Adu Boahen: Meet the Ghanaian historian who saved West Africa’s historical narratives from White scholars

Adu Boahen: Meet the Ghanaian historian who saved West Africa’s historical narratives from White scholars

- Prof. Albert Adu Boahen, was a a Ghanaian politician, academician and historian

- His major contribution was to restore the history of Western Africa to the natives having observed that White scholarly interests dominated the field

- Prof. Boahen was born on May 24, 1932

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Born on May 24, 1932, in the Gold Coast, present-day Ghana, Ghanaian politician Prof. Albert Adu Boahen, was an academician and historian whose research greatly shed light on Africa and West Africa’s contribution to civilisation.

Boahen was educated at Mfantsipim School and later at the University of Ghana before being awarded his Ph.D. at the School of Oriental and African Studies, London - the first Ghanaian to achieve that feat.

He returned to the University of Ghana to lecture in the Department of History and in 1987, he became Associate Professor and Head of the Department.

Boahen became a professor of history at the University of Ghana and taught at Columbia and Johns Hopkins Universities, among others.

His major contribution was to restore the history of Western Africa to the indigenous people having observed that White scholarly interests dominated the field.

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The Hill writes that ''Boahen probed the documents of colonial explorations to uncover a forgotten heritage of engaged African states. His stories debunked theories of a savage ''Dark Continent'' and revealed new information on the civilizations of the Western Sudan.''

His book, "Topics in West African History", remains a compelling and valuable resource on the history of West Africa from the spread of Islam to the present day.

The book became necessary after Boahen was contacted by the Ghana Broadcasting Corporation to talk on the history of West Africa to the secondary schools and training colleges in 1963-64. Themes such as the role of black-American settlements in Sierra Leone and Liberia were also treated.

In 1959, Boahen set out to establish an Africa-centered history of the Western Sudan. His pioneer doctoral research at the University of London resulted in the book, Britain, the Sahara, and the Western Sudan, 1788-1861.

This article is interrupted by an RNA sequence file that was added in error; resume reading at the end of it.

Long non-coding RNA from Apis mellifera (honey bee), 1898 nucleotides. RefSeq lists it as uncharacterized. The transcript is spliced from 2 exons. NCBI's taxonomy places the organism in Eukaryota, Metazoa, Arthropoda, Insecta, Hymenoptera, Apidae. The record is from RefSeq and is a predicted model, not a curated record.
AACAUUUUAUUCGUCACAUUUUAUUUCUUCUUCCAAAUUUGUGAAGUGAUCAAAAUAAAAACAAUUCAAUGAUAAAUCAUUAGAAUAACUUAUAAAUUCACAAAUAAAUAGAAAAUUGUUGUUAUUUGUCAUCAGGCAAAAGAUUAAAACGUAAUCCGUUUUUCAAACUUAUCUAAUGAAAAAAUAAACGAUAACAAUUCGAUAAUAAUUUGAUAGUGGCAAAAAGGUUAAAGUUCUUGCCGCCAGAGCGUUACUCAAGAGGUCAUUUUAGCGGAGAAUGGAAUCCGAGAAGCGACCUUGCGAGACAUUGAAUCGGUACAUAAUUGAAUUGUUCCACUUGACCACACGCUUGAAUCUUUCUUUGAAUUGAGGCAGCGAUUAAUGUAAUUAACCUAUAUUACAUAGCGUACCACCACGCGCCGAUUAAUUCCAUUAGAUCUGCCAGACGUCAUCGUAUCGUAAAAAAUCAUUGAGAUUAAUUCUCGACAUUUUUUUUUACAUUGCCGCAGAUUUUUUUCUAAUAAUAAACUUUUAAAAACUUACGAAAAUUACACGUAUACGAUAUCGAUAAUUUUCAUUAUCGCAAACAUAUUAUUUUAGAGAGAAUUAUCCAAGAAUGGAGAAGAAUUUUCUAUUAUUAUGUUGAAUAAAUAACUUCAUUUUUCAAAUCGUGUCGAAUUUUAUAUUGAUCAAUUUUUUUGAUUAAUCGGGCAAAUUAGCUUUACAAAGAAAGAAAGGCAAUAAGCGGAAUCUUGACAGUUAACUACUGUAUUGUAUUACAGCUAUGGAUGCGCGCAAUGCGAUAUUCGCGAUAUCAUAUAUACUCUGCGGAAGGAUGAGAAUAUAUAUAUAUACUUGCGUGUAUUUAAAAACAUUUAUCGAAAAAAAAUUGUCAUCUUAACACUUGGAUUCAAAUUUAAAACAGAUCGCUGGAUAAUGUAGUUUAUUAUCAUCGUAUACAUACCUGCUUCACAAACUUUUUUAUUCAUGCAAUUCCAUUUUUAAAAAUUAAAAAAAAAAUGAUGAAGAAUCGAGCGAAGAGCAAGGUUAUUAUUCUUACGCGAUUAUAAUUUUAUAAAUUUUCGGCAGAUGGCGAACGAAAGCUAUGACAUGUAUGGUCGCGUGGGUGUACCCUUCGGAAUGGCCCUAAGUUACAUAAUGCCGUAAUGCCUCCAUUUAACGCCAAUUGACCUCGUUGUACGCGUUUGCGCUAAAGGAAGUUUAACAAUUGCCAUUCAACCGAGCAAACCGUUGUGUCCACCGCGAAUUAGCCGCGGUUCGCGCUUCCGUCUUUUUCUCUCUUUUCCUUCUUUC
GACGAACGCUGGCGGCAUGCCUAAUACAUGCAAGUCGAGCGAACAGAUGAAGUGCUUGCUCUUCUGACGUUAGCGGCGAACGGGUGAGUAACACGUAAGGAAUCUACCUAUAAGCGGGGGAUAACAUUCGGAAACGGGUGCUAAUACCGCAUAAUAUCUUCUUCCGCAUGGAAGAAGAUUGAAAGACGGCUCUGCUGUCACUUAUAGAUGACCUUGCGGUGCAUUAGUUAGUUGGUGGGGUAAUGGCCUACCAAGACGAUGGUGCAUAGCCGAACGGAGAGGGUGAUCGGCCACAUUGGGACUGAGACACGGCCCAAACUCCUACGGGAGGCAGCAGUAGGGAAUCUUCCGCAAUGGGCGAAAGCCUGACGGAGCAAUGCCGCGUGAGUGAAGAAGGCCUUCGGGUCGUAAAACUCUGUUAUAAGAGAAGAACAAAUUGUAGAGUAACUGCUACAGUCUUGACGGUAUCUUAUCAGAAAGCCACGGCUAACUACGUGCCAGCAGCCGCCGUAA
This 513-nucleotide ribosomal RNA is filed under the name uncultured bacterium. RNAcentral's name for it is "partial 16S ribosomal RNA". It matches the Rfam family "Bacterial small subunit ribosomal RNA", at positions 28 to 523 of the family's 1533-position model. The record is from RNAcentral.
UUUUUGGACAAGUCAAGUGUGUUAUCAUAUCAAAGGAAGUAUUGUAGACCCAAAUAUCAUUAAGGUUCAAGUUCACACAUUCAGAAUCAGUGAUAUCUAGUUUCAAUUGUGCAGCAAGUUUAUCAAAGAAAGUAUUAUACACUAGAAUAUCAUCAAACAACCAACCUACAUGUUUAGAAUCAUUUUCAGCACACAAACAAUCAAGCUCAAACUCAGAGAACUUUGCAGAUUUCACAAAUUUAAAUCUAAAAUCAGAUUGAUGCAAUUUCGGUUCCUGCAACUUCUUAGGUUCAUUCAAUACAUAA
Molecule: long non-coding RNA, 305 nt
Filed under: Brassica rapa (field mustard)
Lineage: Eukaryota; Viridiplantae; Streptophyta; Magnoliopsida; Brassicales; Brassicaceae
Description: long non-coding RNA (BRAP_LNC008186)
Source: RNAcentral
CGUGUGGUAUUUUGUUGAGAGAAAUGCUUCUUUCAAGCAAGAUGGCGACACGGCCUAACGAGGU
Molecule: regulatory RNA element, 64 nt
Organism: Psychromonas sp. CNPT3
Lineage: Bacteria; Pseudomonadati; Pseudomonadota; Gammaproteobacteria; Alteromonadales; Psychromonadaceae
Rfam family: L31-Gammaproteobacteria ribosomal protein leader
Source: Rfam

Boahen also worked on the UNESCO committee that published the eight-volume work – General History of Africa, a monumental study that began in 1964 and was published in 1979 with contributions from about 230 historians.

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In 1987, he wrote ''African Perspectives on Colonialism'' that examined the reaction of African states to the advance of European powers.

Roger House, Ph.D., an associate professor of American studies at Emerson College in Boston, recently indicated that most of Boahen’s books are out of print and difficult to find coupled with used copies being sold exorbitantly by online sellers.

Prof. Boahen represented the main opposition New Patriotic Party in a bid to wrestle power from then-leader, Jerry John Rawlings, in the 1992 Ghanaian presidential election.

He became a member of the Ghana Academy of Arts and Sciences and in 2003 a Festschrift named ''Ghana in Africa and the World'' was released, edited by Toyin Falola.

The UNESCO also awarded him the Avicenna Silver Medal.

Prof. Albert Adu died on May 24, 2006, on his 74th birthday. He left behind his wife Mary Adu Boahen and his five children.

In other stories, YEN.com.gh reported that despite having spent time in jail, Shaun "Lucky" Corbett, a 40-year old ex-felon turned his fortunes around to become a thriving professional barber and entrepreneur.

From Charlotte, North Carolina, Corbett has opened his very own barbershop called Da Lucky Spot Barbershop. Located inside of a Walmart store, Blackbusiness.com reports that Shaun has made history as the first Black entrepreneur to ever do this.

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Source: Yen.com.gh

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